4. I wish I could talk to face to face about this stuff, as I always feel in this medium it's near impossible to really hash things out with one another.At any rate, I'll just try to quickly respond and clarify some of the things I said above. I don't see the sitcoms as evidence of the self-hating man. Like I said, most viewers empathize with the husband in these shows and dislike the wife. It's just a different way of enforcing the same old gender roles. Wife as harpy to aggrieved husband is a trope as old as time. And, I just don't see a real shrinkage of space for the masculine. If just look who are in positions of power in the government, who owns media conglomerates, who are the CEO's of corporations, etc. etc. Men are not in a defensive position. Western society has been a patriarchal power structure and still is. If there's been any movement to cause men (as well as women) to question what "masculine" really is, I think that's a good thing. I don't believe there's one way to be a man anymore than I think there's one way to be a women, and I think men benefit from feminism (at least ethically) because it allows rigid gender definitions to be explored.And the second point, I certainly don't think you have to go out and save the women and children of the world with your own hands. I mention non-Western women, because I think it's clear evidence that feminism's goals are far from being reached. I think you probably more agree with me than not, because you talk about how men can fulfill the role of tending the hearth, just as easily as a woman, and you mention different constructions of families – gay, trans, single parent, single without children – and it certainly sounds like from your description of the Spartan women that they were basically working moms, and more or less single working moms with the husbands often gone. It sounds like you've found a good way to organize your family life, and it also sounds like you know that other people will organize their personal lives, hopefully, cognizant of what works for them. In other words, difference wins out over a monolithic view of gender and structuring your personal/family life. I think that's all that's really important (and, also, that's feminist). -R

  5. It's not completely necessary to remain anonymous, I believe I know who you are, R… Monolith is correct and touches the heart of the problem I have with second wave feminism- the single mindedness. I don't believe I identify with third wave, either. Third wavers don't have a political rallying point like votes for women or equal pay. What if the next great push was to allow women (predominantly because we're disposed towards it, but really whoever) to stay at home, paid some sort of living wage. I don't think that's too far out. Also, I really believe that most men are top CEO's and etc because it is in their natures. Look at cooking. It can be argued that most day-to-day cooking gets done by women. But who are the top chefs? Men. Why is that? I think it is simply because they're men and to a man, being the biggest and the best is important. With women, other women make sure to "keep us in our place." It is undeniable. We tear each other down, we fight like cats in a sack. No wonder men hold the top jobs.I can't avoid the misandry in pop-culture. I know there are some old archetypes at play there, but you can't deny that men are portrayed across the board as a joke with a certain level of impotence.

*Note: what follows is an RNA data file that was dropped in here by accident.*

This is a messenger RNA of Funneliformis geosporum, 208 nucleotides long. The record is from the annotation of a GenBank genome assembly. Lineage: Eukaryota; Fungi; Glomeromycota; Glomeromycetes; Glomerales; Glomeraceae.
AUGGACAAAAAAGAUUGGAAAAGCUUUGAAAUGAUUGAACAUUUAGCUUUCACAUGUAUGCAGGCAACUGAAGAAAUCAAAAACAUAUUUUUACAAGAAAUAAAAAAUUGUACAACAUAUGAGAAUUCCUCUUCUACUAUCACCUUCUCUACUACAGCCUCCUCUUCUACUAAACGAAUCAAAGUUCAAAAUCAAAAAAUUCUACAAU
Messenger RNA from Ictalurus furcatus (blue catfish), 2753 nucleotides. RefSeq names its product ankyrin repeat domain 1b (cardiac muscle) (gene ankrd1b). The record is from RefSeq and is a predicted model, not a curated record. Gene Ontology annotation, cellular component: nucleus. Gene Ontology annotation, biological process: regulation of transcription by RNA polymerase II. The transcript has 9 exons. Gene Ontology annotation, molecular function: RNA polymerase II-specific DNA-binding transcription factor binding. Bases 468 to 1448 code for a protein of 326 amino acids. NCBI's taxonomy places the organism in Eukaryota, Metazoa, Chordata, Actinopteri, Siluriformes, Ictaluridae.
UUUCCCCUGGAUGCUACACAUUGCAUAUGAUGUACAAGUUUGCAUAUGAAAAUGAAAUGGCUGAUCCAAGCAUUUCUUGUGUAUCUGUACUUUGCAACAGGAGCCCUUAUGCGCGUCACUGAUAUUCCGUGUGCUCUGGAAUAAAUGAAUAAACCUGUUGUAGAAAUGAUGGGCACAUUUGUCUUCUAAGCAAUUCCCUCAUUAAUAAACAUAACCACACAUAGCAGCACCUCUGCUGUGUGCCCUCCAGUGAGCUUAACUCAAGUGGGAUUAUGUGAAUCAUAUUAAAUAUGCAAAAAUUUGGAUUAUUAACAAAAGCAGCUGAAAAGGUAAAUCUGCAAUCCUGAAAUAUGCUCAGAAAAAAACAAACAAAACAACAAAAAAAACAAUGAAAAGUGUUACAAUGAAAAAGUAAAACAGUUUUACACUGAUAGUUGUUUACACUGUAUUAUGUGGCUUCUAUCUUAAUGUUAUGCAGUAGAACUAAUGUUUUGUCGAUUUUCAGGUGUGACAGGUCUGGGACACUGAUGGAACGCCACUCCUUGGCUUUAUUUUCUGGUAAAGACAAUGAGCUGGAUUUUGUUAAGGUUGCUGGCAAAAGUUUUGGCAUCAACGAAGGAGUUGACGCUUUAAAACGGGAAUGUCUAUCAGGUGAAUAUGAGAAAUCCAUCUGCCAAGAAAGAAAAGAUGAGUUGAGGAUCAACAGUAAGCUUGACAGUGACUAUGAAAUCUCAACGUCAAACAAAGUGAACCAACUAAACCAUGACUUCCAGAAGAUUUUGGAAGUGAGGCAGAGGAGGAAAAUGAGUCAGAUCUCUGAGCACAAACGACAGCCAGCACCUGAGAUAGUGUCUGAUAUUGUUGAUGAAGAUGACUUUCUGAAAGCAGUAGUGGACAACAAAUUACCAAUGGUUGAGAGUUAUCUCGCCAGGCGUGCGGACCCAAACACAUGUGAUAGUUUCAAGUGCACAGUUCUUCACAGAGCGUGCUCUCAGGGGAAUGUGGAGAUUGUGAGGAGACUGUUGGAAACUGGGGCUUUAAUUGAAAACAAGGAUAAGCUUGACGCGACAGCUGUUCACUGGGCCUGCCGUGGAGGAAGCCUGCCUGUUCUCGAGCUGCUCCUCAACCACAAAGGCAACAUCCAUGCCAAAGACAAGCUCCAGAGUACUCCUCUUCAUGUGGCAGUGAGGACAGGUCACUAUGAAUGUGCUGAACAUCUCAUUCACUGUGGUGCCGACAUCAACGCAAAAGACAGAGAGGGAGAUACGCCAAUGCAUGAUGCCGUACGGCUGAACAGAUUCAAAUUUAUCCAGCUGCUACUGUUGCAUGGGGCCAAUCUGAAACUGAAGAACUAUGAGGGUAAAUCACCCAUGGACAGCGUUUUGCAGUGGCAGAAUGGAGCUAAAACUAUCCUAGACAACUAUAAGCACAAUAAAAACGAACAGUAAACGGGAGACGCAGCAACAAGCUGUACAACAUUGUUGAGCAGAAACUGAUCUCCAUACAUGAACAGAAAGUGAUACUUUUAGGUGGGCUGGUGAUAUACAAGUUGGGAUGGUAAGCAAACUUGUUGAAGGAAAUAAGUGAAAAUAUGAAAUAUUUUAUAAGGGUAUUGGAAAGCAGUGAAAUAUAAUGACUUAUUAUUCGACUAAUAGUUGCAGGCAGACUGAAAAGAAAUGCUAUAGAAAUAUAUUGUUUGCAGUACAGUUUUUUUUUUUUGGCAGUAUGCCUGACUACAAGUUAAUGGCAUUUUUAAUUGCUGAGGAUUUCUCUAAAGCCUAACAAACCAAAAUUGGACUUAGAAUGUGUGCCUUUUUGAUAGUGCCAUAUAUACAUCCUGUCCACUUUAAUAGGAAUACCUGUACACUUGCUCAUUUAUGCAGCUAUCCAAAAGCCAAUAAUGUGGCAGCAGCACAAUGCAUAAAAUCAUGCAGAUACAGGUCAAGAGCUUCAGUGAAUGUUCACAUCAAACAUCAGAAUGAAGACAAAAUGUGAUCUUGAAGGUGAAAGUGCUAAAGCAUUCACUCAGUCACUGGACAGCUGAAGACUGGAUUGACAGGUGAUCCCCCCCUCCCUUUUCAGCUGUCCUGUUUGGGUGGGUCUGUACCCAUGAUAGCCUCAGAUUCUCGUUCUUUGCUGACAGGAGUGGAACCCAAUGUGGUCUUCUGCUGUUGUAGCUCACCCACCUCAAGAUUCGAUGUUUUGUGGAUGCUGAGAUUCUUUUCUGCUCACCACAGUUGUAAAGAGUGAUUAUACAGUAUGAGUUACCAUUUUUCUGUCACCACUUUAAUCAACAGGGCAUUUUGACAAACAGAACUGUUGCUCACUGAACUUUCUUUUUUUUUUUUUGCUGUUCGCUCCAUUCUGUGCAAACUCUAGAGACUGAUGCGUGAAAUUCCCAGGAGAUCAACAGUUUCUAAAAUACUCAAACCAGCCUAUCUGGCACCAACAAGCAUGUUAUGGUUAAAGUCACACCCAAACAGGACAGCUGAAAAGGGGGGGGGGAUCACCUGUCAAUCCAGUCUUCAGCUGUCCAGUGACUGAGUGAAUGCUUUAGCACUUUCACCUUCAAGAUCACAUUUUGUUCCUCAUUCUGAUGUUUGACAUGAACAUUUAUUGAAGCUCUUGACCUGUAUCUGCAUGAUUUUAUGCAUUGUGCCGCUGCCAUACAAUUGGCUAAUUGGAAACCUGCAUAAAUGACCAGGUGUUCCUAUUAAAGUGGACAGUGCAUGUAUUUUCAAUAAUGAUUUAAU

6. I'm not sure who you think I am. I don't have a blog or such to go by for my comment identity, so I chose "Anonymous." I don't feel comfortable linking to my google account, and I think that's the only other option available. You probably can disable the ability for people to comment anonymously, if that's something you don't like – lots of blogs do this.At any rate, I feel like we're not really hearing each other, as I said above it's pretty difficult to have conversations like in this particular medium.-R

  7. I had to close this and walk away because it seemed so pointlessly transphobic. If someone referring to themselves as a male and living as a male while having some functioning biologically female parts hurts you so much that you feel the need to talk about them this way, I think you should take that as a reflection on you, not a reflection on them.I'm really disappointed – I've been reading through your archives from the January 2011 entries back, because you're such a thoughtful blogger and I'm very interested in your thoughts on ethical fashion, and this was just such a weird, prejudiced thing to run across seemingly out of nowhere.

  8. I'm so sorry you think that. I don't know that I know any trans-gender people, but I tend to more or less accept people as they present themselves. If I caused offense because I referenced a woman who has a beard who gave birth to a child (and has since produced another child), I hope you can understand that I found the coverage with headlines "Man Gives Birth" both misleading and offensive. To me, it seemed this person wanted to both have their cake and eat it, too. This is a much more judgmental attitude than I usually allow myself. However, this person used their female body to produce a child, which is a female act. It is the female act. If that person wanted to loose their feminine bonds and live as a man, she would not have also had a child. It's all so confusing I can't find the proper grammar. All I can say is… If you're a man, then don't go getting pregnant. We can't have everything in this life. If you are a man with functioning woman parts but you want to share your life with a child, then adopt. The world is too full of little children with no one to love them.